They have mostly monotone colors in a greenish black, with two yellow patches on the back of the head.
7. Eastern River Cooter
Scientific name: Pseudemys concinna
Found in central-west Florida, the eastern river cooter is a widespread species throughout the southeastern United States. You can spot them basking on logs and rocks near the water during the day.
It has a mottled brown, tan and yellow coloration, darker towards the back and paler on the belly. They swim faster than you’d think a turtle could move, and have a very diverse diet. They’ll eat pretty much anything, alive or dead, that they can get into their mouths.
8. Florida Cooter
Scientific name: Pseudemys concinna floridana
A subspecies of the river cooter that can be found throughout the state, these turtles are common enough that they’re probably what most Floridians think of when they think of turtles.
They prefer to avoid fast flowing water, living mainly in lakes, ponds, swamps, and slow moving rivers.
9. Florida Redbelly Turtle
Scientific name: Pseudemys nelsoni
You could easily confuse this turtle with the red-eared slider. The key differences in appearance are that this turtle doesn’t have a red patch behind the ear, it’s all yellow. Instead, they have red stripes along their back, and their plastron (belly) is red, too.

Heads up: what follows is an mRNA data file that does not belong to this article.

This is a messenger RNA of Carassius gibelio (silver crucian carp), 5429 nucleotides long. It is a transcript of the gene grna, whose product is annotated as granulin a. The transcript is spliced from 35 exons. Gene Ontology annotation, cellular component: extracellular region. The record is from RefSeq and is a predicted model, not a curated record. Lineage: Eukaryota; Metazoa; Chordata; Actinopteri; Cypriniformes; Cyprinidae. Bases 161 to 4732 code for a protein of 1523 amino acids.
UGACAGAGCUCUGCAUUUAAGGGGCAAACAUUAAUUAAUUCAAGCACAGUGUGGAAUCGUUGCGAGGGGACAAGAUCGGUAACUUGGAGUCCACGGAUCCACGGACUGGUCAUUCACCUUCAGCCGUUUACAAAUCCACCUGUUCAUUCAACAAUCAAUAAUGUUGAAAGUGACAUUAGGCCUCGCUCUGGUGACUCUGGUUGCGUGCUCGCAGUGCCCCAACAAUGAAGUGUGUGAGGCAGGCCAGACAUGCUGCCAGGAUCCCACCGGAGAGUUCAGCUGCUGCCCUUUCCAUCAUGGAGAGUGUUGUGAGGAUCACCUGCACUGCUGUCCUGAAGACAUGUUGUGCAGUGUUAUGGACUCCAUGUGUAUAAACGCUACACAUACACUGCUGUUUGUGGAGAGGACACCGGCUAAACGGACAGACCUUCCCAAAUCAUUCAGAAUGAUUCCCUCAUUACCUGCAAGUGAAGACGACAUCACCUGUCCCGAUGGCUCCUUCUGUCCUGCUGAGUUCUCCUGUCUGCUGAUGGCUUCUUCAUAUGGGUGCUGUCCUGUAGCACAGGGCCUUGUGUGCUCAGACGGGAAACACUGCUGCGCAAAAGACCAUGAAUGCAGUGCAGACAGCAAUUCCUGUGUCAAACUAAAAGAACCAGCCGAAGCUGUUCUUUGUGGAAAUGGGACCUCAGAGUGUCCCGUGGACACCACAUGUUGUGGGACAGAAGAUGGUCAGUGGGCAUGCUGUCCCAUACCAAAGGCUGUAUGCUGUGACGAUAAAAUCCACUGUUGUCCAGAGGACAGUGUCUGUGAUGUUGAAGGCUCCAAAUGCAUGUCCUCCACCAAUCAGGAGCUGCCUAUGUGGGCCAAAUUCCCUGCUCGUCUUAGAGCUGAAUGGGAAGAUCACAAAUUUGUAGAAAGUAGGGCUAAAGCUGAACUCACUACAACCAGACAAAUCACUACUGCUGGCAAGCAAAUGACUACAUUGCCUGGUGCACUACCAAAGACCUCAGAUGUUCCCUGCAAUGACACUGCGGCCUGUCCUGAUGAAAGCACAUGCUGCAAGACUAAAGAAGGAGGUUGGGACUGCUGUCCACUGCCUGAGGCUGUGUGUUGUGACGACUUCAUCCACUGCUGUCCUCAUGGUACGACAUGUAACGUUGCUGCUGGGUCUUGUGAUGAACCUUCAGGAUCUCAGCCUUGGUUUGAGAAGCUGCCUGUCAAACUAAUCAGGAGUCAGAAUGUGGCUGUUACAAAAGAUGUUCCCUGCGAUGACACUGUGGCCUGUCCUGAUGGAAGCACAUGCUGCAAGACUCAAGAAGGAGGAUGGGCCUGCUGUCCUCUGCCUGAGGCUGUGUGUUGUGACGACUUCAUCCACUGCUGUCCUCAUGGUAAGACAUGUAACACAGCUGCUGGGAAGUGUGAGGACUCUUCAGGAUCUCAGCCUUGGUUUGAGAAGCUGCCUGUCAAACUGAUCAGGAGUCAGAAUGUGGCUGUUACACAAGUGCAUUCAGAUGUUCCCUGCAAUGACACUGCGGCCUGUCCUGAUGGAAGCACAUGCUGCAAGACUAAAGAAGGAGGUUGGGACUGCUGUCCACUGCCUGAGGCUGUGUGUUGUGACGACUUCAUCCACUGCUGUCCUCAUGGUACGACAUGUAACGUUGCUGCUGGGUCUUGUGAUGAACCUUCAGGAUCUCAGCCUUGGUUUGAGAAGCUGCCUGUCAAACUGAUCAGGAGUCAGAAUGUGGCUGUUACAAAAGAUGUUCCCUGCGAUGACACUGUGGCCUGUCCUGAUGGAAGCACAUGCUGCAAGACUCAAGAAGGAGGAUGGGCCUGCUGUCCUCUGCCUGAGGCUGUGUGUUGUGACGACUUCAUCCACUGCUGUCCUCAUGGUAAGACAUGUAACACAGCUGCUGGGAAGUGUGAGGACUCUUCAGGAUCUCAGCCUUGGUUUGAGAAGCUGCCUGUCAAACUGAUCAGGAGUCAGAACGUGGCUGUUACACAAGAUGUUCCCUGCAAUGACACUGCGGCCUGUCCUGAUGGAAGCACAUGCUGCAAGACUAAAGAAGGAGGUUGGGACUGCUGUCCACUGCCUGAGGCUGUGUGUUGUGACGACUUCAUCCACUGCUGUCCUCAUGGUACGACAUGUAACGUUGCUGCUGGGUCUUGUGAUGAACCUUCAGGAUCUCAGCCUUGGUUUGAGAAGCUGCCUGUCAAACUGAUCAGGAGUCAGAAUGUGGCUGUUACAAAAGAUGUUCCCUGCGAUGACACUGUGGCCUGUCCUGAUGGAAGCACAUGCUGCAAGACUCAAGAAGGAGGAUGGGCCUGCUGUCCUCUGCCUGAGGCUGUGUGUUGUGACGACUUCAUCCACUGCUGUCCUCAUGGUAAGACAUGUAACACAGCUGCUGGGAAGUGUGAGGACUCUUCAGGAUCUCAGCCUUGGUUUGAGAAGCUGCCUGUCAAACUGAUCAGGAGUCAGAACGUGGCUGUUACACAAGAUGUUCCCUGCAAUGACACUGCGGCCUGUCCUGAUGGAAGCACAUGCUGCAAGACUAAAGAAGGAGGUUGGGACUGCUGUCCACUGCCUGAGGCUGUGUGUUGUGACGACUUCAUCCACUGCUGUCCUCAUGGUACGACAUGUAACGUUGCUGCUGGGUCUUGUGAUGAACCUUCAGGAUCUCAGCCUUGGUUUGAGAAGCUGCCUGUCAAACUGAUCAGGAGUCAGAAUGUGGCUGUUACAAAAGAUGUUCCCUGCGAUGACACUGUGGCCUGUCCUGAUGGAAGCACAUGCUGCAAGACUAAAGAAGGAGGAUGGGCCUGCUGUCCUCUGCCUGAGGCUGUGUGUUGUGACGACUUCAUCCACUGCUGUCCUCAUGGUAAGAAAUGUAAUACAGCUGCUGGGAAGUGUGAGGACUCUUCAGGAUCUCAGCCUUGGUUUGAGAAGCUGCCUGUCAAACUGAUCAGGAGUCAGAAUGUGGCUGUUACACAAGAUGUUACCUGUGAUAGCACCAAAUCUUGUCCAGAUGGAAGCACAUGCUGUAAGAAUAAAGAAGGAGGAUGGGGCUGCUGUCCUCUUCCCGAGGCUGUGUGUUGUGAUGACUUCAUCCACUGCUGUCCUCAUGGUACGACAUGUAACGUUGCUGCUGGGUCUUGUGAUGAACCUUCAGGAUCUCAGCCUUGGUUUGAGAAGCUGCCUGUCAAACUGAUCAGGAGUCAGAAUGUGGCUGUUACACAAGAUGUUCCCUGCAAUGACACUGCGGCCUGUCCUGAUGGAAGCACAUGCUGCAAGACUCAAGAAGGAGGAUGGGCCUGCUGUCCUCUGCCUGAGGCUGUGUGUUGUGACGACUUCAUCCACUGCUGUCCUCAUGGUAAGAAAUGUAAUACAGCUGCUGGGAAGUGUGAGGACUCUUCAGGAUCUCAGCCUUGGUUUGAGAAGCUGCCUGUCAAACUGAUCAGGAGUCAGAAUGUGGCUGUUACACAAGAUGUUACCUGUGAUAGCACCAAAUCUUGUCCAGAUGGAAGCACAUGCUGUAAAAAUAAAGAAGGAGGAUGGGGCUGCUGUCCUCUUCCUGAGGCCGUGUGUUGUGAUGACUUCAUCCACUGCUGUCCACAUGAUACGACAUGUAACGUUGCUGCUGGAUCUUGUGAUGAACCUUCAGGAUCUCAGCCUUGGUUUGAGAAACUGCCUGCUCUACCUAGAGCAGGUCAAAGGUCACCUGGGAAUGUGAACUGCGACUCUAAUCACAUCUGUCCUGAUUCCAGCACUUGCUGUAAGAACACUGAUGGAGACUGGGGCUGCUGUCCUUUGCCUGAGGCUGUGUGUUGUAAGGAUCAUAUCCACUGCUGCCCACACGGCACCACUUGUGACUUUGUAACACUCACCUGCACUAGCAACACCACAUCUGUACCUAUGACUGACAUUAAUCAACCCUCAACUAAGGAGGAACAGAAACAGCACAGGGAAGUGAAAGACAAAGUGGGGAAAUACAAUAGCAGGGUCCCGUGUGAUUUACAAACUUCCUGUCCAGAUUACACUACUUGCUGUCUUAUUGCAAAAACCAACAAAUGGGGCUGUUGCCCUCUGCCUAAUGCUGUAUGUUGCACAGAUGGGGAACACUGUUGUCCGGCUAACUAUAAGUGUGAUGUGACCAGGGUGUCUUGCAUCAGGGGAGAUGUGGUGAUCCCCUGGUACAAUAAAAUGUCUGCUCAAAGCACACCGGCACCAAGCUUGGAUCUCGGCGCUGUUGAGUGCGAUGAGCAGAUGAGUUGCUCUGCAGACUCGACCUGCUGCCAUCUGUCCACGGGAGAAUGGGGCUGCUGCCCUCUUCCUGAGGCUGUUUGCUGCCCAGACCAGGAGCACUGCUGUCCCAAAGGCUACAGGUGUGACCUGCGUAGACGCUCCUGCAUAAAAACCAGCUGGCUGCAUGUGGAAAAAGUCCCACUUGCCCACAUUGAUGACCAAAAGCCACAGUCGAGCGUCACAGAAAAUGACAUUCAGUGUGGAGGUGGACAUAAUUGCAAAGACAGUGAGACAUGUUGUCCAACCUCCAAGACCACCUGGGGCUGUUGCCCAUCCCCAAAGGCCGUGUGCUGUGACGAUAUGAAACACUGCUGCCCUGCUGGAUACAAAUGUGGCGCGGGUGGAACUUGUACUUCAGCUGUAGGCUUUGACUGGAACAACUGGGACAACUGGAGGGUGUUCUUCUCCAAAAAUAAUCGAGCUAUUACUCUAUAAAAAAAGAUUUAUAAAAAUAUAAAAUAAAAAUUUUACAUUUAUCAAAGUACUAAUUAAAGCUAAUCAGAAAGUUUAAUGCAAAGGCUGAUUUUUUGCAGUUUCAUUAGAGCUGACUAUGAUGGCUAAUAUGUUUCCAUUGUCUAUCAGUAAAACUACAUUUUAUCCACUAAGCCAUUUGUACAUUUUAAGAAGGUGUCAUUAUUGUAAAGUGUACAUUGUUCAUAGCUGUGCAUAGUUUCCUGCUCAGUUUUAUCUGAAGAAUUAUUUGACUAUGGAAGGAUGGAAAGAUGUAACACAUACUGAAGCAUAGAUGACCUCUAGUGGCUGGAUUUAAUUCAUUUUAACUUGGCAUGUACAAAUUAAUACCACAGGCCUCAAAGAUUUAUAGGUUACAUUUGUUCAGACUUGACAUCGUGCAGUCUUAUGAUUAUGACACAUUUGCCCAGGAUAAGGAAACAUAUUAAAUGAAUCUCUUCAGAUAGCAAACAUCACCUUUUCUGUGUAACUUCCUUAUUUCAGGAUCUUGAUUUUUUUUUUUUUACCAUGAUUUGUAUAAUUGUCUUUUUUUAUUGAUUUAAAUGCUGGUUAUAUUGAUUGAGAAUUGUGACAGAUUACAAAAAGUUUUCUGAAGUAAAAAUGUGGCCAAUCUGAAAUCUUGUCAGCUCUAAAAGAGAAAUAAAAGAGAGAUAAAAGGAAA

They are mainly herbivorous, and have often been seen laying their eggs in the same nests as alligators. They can happily live in almost any aquatic habitat.
10. Red-eared Slider
Scientific name: Trachemys scripta elegans
Although it’s undoubtedly the most famous and easily recognizable species of turtle in North America, the Red Eared Slider is actually not native to Florida. It’s scattered in small numbers throughout the state as a result of it’s popularity in the pet trade.
This turtle is the world’s most commonly traded reptile, because they’re cheap and easy to care for. Still, escapes happen and sometimes people grow tired of caring for them (they can live up to 30 years), and simply release them into the wild.
11. Yellowbelly Slider
Scientific name: Trachemys scripta scripta
These turtles look a lot like their close cousin the red-eared slider, but without the red markings behind the ear. These turtles are actually native to Florida,where they’re most common in the northern half of the state.
Slow moving rivers, swamps and marshes are their favorite habitats, where they feed on aquatic plants, fish and insects.
12. Striped Mud Turtle
Scientific name: Kinosternon baurii
The striped mud turtle is a tiny turtle that can be found throughout the state, but as it rarely exceeds four inches, it can be hard to spot. They live in any kind of freshwater environment, but also spend plenty of time on land. Insects, snails, fish and algae make up most of it’s diet. It has a light brown carapace with three light colored stripes running down it’s back.
13. Suwannee Cooter
Scientific name: Pseudemys concinna suwanniensis
A subspecies of the river cooter that lives mainly in the Suwannee River, this species was once hunted extensively for it’s meat, and it’s now illegal to kill one.
It’s a big turtle, with adults commonly reaching 17 inches in length, and it’s almost entirely herbivorous.